Potato Grower

November 2017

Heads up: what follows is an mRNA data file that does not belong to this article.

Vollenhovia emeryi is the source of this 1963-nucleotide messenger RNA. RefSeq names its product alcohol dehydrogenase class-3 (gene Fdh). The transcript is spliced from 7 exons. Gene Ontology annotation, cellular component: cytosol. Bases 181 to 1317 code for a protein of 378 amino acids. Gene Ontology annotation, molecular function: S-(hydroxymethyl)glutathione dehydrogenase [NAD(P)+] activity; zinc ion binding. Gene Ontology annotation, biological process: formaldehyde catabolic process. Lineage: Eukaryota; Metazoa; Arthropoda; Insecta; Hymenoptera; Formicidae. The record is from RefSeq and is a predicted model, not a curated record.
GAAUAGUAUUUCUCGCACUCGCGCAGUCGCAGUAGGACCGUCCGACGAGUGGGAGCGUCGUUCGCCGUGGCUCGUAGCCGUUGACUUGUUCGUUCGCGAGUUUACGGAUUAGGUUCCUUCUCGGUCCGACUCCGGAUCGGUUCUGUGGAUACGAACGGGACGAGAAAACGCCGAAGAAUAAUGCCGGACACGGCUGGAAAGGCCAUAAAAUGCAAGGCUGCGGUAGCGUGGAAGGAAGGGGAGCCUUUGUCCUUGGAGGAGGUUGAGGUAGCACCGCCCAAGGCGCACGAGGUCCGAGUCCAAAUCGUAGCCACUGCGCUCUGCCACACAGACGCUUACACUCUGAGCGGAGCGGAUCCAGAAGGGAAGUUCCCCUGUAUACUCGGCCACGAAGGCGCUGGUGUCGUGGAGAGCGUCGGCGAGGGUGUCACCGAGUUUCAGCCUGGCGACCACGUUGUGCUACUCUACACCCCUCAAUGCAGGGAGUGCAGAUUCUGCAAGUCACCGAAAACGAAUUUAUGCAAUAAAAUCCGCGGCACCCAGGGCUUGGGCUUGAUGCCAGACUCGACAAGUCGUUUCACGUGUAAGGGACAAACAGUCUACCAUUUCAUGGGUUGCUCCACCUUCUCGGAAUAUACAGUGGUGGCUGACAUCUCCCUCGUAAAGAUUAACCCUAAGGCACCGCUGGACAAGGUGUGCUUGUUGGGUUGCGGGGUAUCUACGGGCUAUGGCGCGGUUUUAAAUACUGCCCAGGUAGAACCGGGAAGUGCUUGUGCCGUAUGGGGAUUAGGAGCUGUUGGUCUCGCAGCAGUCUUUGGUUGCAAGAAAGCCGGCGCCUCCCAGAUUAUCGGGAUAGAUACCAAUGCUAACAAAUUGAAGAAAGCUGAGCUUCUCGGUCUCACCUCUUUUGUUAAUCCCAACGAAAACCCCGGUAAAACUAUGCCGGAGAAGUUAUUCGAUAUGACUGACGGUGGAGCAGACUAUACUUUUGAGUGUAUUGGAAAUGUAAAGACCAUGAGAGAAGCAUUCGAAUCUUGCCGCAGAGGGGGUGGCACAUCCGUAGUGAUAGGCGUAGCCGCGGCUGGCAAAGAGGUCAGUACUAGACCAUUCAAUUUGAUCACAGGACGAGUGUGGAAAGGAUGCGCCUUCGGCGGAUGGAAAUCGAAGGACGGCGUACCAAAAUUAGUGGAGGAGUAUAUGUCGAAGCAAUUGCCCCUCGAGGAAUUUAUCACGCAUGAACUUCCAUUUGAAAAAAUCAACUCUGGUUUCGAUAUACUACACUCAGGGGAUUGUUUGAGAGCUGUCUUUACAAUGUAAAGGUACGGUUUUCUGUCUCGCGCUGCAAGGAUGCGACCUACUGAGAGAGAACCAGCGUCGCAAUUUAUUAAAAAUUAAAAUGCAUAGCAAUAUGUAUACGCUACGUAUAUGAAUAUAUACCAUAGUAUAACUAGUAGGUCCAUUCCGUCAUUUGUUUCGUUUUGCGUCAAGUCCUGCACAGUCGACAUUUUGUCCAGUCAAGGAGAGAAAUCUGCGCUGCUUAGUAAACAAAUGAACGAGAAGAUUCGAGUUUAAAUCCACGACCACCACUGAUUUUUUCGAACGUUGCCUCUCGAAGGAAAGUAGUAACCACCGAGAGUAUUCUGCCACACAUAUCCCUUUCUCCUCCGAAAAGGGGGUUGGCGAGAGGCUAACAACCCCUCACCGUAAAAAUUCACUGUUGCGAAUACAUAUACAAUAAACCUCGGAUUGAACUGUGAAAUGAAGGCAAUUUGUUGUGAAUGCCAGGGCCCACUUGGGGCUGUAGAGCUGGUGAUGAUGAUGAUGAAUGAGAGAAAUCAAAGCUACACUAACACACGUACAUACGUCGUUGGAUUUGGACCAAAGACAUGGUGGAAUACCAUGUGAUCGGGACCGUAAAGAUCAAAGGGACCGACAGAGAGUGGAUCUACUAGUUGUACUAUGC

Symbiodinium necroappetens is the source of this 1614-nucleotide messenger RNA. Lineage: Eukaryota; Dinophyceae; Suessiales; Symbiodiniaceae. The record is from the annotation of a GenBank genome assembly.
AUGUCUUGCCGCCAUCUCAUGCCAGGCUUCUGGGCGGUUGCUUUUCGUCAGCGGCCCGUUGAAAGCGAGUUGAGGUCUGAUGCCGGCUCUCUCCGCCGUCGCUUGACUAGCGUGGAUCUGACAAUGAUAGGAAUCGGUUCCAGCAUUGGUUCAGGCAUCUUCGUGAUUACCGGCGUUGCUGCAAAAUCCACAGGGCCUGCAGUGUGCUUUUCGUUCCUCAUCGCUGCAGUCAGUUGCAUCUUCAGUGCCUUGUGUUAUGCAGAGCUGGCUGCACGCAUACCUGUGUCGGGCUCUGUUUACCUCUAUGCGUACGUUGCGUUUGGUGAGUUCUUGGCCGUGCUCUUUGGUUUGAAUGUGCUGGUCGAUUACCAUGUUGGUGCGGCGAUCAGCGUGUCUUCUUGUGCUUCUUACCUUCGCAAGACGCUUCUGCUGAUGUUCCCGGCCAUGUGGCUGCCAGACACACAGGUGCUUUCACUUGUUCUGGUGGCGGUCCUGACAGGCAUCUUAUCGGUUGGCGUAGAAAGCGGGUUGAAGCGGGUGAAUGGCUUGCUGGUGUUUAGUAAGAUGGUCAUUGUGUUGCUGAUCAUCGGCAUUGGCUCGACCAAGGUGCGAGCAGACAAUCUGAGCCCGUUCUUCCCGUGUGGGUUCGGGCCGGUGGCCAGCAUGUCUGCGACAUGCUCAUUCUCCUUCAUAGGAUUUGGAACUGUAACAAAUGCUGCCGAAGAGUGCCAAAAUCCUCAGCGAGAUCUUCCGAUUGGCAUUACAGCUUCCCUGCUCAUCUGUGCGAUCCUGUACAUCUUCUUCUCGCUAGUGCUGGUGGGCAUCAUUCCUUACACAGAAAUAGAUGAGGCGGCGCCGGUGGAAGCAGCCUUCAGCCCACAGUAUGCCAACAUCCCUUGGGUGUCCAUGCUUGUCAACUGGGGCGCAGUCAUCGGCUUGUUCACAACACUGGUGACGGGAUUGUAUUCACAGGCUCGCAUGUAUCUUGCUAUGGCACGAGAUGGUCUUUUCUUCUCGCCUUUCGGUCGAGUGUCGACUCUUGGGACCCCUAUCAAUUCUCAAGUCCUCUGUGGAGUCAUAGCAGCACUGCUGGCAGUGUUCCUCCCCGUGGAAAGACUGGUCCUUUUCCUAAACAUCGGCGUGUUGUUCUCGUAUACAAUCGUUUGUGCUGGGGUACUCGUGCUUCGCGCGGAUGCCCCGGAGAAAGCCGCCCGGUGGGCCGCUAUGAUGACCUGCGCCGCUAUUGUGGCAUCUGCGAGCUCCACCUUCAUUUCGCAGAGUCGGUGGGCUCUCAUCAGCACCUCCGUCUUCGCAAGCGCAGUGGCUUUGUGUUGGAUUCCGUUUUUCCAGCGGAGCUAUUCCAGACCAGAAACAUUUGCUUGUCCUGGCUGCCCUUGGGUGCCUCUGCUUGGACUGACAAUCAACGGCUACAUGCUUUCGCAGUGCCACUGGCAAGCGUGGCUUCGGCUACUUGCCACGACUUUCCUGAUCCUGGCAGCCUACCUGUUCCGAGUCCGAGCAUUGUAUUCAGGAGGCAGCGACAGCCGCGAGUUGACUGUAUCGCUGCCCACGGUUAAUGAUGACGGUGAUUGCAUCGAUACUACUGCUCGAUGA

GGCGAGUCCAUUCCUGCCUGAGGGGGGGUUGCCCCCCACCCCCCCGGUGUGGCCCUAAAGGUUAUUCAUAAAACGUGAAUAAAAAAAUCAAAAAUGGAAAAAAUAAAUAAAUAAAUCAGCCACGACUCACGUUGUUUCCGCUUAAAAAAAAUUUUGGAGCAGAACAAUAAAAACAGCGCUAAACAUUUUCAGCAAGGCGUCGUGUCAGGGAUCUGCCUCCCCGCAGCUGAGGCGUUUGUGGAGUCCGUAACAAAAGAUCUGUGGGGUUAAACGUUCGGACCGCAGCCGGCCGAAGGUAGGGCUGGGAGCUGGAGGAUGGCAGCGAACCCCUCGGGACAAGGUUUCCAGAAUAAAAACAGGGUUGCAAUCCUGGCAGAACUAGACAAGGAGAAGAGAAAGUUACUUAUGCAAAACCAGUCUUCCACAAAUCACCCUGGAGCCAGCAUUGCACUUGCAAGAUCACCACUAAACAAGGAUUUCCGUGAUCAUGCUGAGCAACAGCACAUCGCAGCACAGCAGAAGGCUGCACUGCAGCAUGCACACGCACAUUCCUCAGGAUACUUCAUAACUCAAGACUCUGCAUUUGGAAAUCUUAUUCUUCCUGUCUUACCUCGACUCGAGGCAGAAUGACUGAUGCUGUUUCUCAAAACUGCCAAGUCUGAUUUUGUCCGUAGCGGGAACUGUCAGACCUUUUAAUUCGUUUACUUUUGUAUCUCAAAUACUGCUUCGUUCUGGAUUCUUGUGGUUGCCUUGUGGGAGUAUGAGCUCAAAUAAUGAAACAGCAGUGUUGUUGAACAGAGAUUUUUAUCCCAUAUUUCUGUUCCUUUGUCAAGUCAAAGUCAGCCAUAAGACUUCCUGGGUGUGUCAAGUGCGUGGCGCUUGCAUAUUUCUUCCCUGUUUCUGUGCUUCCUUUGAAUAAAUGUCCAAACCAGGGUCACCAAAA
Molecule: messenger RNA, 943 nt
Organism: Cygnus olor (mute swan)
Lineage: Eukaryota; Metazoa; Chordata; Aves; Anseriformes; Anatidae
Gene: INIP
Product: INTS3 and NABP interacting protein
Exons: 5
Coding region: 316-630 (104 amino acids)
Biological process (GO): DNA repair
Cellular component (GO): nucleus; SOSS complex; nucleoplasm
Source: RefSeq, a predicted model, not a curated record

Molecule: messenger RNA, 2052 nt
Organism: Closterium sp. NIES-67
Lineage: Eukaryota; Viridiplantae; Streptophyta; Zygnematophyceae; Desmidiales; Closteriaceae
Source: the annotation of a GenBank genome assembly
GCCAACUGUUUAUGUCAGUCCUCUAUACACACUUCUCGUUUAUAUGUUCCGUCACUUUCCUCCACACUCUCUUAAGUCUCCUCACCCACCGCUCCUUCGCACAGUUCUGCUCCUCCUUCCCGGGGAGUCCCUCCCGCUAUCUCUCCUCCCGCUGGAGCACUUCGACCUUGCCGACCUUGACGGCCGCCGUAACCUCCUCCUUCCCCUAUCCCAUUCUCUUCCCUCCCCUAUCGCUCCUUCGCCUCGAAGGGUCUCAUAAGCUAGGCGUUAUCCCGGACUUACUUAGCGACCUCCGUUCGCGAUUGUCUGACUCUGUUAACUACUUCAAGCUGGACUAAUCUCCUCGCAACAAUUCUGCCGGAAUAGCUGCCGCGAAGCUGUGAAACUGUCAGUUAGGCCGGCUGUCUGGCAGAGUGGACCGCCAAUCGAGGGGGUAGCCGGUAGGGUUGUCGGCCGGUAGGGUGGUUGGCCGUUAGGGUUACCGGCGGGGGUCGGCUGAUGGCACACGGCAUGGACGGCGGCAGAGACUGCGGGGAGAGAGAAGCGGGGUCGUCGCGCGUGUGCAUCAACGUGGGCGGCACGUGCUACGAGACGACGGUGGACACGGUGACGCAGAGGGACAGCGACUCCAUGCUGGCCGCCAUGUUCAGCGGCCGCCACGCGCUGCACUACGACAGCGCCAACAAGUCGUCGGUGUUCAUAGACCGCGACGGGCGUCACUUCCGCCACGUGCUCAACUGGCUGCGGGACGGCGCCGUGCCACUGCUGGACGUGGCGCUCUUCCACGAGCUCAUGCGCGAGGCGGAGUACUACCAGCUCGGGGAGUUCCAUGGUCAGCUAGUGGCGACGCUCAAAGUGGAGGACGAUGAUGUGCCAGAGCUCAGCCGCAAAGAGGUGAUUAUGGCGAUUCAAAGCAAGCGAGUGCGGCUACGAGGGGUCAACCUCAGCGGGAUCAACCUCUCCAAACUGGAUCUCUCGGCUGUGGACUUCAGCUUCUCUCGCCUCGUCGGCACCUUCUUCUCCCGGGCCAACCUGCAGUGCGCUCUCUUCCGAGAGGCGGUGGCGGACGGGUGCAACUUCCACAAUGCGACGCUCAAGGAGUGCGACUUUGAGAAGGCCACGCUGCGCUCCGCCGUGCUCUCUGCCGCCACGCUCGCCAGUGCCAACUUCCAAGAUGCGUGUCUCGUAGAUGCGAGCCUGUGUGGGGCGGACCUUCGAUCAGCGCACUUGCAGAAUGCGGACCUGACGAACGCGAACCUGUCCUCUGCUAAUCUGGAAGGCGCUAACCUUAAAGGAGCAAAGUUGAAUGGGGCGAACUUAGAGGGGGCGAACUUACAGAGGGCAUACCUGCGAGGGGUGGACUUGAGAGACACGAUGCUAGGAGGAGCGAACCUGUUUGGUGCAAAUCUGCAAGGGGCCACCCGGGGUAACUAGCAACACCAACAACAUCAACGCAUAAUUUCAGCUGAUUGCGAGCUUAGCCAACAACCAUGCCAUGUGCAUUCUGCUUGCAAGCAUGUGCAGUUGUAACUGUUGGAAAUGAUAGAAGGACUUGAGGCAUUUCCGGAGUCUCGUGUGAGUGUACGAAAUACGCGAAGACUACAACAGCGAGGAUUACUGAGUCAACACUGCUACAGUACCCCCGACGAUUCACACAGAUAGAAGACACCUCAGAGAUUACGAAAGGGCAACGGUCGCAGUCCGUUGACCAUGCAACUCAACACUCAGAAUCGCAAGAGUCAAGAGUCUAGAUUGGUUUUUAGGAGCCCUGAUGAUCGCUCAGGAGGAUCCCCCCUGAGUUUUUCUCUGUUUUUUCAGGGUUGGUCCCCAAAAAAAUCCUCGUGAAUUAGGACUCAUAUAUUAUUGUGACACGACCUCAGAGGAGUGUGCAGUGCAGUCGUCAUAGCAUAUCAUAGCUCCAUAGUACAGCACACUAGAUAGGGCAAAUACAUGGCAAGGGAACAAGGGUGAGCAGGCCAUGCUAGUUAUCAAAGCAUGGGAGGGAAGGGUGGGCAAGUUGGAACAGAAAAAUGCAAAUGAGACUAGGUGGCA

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WWW.POTATOGROWER.COM 37 beetles becomes questionable, starving them to death may be another option. Obviously, I do not advocate that potato farmers switch to growing something else. Potato is the most nutritionally valuable staple crop grown by humans, and I have dedicated most of my career to finding better ways to protect it from insect pests. One way to make beetles hungry is to make potato plants inedible to them. Unfortunately, as mentioned above, breeding attempts carried out in this direction have been largely unsuccessful. One big challenge is that potato tuber is a modified potato stem. Therefore, changing stems (and the leaves they carry) to make them inedible to beetles while keeping tubers edible to humans is a challenge. Another approach to inducing starvation in Colorado potato beetles is moving food away from them. Temporary food withdrawal in the form of crop rotations has been repeatedly shown to be useful in reducing beetle populations. When the need arises, Colorado potato beetles can be highly mobile and fly over long distances. Nevertheless, although some of them will eventually find a rotated field, most will not. The ones that will are likely to be delayed in the onset of feeding and laying eggs compared to the beetles that simply need to re-emerge within the previous year's crop. Interestingly, our recent study shows that Colorado potato beetles that are deprived of food and water turn on each other, start fighting, and eventually cannibalize weaker and smaller individuals in the group. It has been long known that larvae in this species cannibalize eggs. Furthermore, female beetles often lay special non-viable eggs that are specifically designated as food for neonate larvae hatching from viable eggs. However, we demonstrated that when faced with starvation, adults also resort to cannibalism. Under natural conditions, this potentially means an additional source of mortality for the beetles that find themselves on rotated fields planted to unsuitable crops. Not only will they deplete their energy reserves in the often futile search for edible host plants, they can also be devoured by larger and more aggressive members of their own species. It is tempting to envision a world where desperate hordes of hungry Colorado potato beetle cannibals roam post- Magnesium (Mg) 11% Intrepid Trio ® boosts yield and avoids magnesium deficiency caused by high rates of potassium and ammonium- nitrogen fertilizers. Sulfur (S) as Sulfate 22% Intrepid Trio ® provides sulfate in a 100% readily available, pH neutral form to boost disease resistance and improve nitrogen use efficiency. Potassium (K 2 O) 22% Intrepid Trio ® granules deliver sustained, low-chloride potassium to prevent blackspot bruising, moisture loss and disease. Intrepid Trio ® is 100% natural langbeinite, a unique mineral with three essential nutrients in every granule. Trio readily dissolves in the soil for sustained plant nutrition. Make Trio part of your perfectly balanced potato fertilizer program. Call us at 1.800.451.2888 or learn more at info.intrepidTRIO.com Essential Minerals for Success BY INTREPID Naturally Balanced Nutrition in Every Granule 168930IntPot12v.indd 1 9/8/17 9:44 AM apocalyptic landscapes of current-season barley fields, while lush, green, undamaged potato crops are blossoming on rotated fields nearby. Unfortunately, such a fantasy world is unlikely to materialize. While reducing overall beetle numbers, cannibalism will actually help the largest and strongest of them to survive and eventually migrate to potato fields. With a single Colorado potato beetle females producing 600 or more eggs, subsequent perpetuation of the species is very likely. Throughout my career as an applied agricultural entomologist, I have often encountered an expectation that either I, or my more intelligent and hardworking colleagues, ought to discover a silver-bullet solution to a particular insect problem. The entire history of Colorado potato beetle control proves that such an expectation is often unrealistic, at least in the medium- to long-term. It also highlights the importance of practicing integrated pest management. While neither insecticides nor crop rotation will solve the beetle problem once and for all, their combined use is likely to provide more sustainable crop protection compared to each technique used alone.

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